The Poly Vs JC Debate

“Eh… nowadays poly not bad ah, got people get PSC Scholdarship!” My mother pipes up from behind her glasses, gesturing to an article she received from her exercise Whatsapp group.

I look at the headlines – 9 out of 93 PSC scholarship recipients in 2019 are polytechnic graduates, an all-time high. I throw her a cursory stare and rebut “Last time you sure you will let mei mei and I go poly meh?” “Times change mah” – she quips back without missing a beat.

I munch my Kellogg’s corn flakes and contemplate what she said – times have changed.  Indeed, things are very different now compared to, say, one to two decades ago, when all parents wanted to do was push their kids towards Junior College (JC), often being seen as the “easiest route to university”. And back in those days, local university was the end-all, the ultimate goal in the academic rat race.

Things are definitely different now. People complain of a graduate glut and there is talk of moving towards skills-based rather than paper-based qualifications. So I’ve reasoned it out in my mind and here are 3 reasons why it might be better to take the poly route instead.

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#1 More and more poly grads are making it to university

It used to be the case where university cohorts were largely made out of those who came from JC. But in recent years, the numbers that come from polytechnic are increasing. In recent years, 1 in 3 admitted to university are polytechnic graduates.

I see it as a good thing that the university pool will become more diverse as JC and polytechnic students bring their own sets of experiences shaped through the course of their school systems. JC students could bring a more empirical approach to looking at things while polytechnic students can complement with real world/working world experience.

#2 New scheme guarantees Polytechnic graduates get a spot in uni and lets them skip 1 year

Rolling out in 2020, a new “through-train” programme will allow polytechnic students to not only get a place in a local university, but also be assured of a job. Woah… talk about leveling up! This seamless integrated pathway will be rolled out to more courses by the Ministry of Education, orchestrating these various partnerships.

#3 Having a diploma and a degree is like the best of both worlds

In all honesty, most employers won’t hire someone fresh out of JC, but that’s not the case for a diploma holder. Someone fresh out of polytechnic usually has a higher chance of securing employment compared to someone with only an A level certification.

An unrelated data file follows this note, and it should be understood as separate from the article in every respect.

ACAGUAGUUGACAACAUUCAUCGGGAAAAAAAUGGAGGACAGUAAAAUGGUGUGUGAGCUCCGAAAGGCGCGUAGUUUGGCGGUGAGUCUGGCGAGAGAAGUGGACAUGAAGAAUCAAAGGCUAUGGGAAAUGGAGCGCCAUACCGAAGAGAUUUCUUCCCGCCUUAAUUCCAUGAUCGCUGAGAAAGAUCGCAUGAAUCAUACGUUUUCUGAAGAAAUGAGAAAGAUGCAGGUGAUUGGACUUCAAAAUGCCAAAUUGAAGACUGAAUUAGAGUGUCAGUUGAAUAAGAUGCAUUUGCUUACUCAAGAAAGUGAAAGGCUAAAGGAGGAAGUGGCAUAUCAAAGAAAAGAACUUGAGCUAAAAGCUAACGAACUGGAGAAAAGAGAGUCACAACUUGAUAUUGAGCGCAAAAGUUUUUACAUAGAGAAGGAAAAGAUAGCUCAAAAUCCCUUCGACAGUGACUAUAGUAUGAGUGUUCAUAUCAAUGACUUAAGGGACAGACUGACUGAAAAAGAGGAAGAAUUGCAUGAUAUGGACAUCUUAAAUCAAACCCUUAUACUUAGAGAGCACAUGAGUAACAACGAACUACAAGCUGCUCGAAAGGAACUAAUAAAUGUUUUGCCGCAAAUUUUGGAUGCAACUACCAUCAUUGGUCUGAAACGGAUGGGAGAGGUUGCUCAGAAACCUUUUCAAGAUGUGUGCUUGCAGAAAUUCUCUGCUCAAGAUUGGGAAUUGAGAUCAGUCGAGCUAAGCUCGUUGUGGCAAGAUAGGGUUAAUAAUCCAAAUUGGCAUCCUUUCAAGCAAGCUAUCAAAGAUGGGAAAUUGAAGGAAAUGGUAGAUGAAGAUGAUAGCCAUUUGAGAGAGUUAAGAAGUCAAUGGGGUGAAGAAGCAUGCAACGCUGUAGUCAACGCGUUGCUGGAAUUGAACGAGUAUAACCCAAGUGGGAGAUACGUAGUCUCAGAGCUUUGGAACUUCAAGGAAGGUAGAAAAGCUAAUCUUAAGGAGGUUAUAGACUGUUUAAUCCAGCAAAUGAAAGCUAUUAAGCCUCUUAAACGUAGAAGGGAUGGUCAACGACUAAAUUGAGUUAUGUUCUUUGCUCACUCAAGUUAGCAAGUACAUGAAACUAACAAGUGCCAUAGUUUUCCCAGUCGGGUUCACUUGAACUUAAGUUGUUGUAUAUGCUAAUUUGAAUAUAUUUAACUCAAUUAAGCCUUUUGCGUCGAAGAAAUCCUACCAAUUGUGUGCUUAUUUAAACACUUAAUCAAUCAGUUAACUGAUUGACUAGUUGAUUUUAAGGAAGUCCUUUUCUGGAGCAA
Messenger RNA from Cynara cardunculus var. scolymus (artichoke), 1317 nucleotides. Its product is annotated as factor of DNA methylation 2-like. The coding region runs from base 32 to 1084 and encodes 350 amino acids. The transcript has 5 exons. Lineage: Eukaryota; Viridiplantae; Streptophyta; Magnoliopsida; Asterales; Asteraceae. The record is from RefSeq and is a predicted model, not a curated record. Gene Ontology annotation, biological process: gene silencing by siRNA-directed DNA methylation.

Moreover, if you do the math, going the polytechnic and then to university route gives you the best of both worlds – being able to get a diploma and a degree. To top it off, both the JC-University and Polytechnic- University routes require roughly 5 years each, but the a person who goes through the latter will come out with more recognized qualifications.

JC 2 years + Uni 3 years = Degree

Poly 3 years + Uni 2 years = Diploma + Degree

 

 

This brings me back to the story of Mr Teo Chuan Kai, one of the PSC scholarship recipients who scored 6 points for his O ’Levels but decided to pursue a diploma course in Infocomm Security Management at Singapore Polytechnic instead. He felt that the way polytechnics presented their curriculum was far more interesting than regular subjects, citing interesting modules such as cryptography. With a diploma and PSC scholarship under his belt, he will go on to read Information Security at the National University of Singapore; proving that with wise planning and hard work, one will be able to achieve the best of both worlds.

Incidentally, a total of 9 polytechnic graduates received the PSC Scholarship this year, the highest so far in the history of the award. YAY! So happy to see how there’s now more diversity in the scholars’ pool, ensuring educational opportunities for all and meritocracy.

More importantly

At the end of the day, A Levels, Diplomas and Degrees are but certifications. It’s equally, if not more, important that students learn soft skills and life skills along the way, immerse themselves in real world learning and constantly seek to upgrade their skills to stay ahead of the curve.

And know what? There’s only one way to stay relevant – life long learning.

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Featured image from: Asia One 

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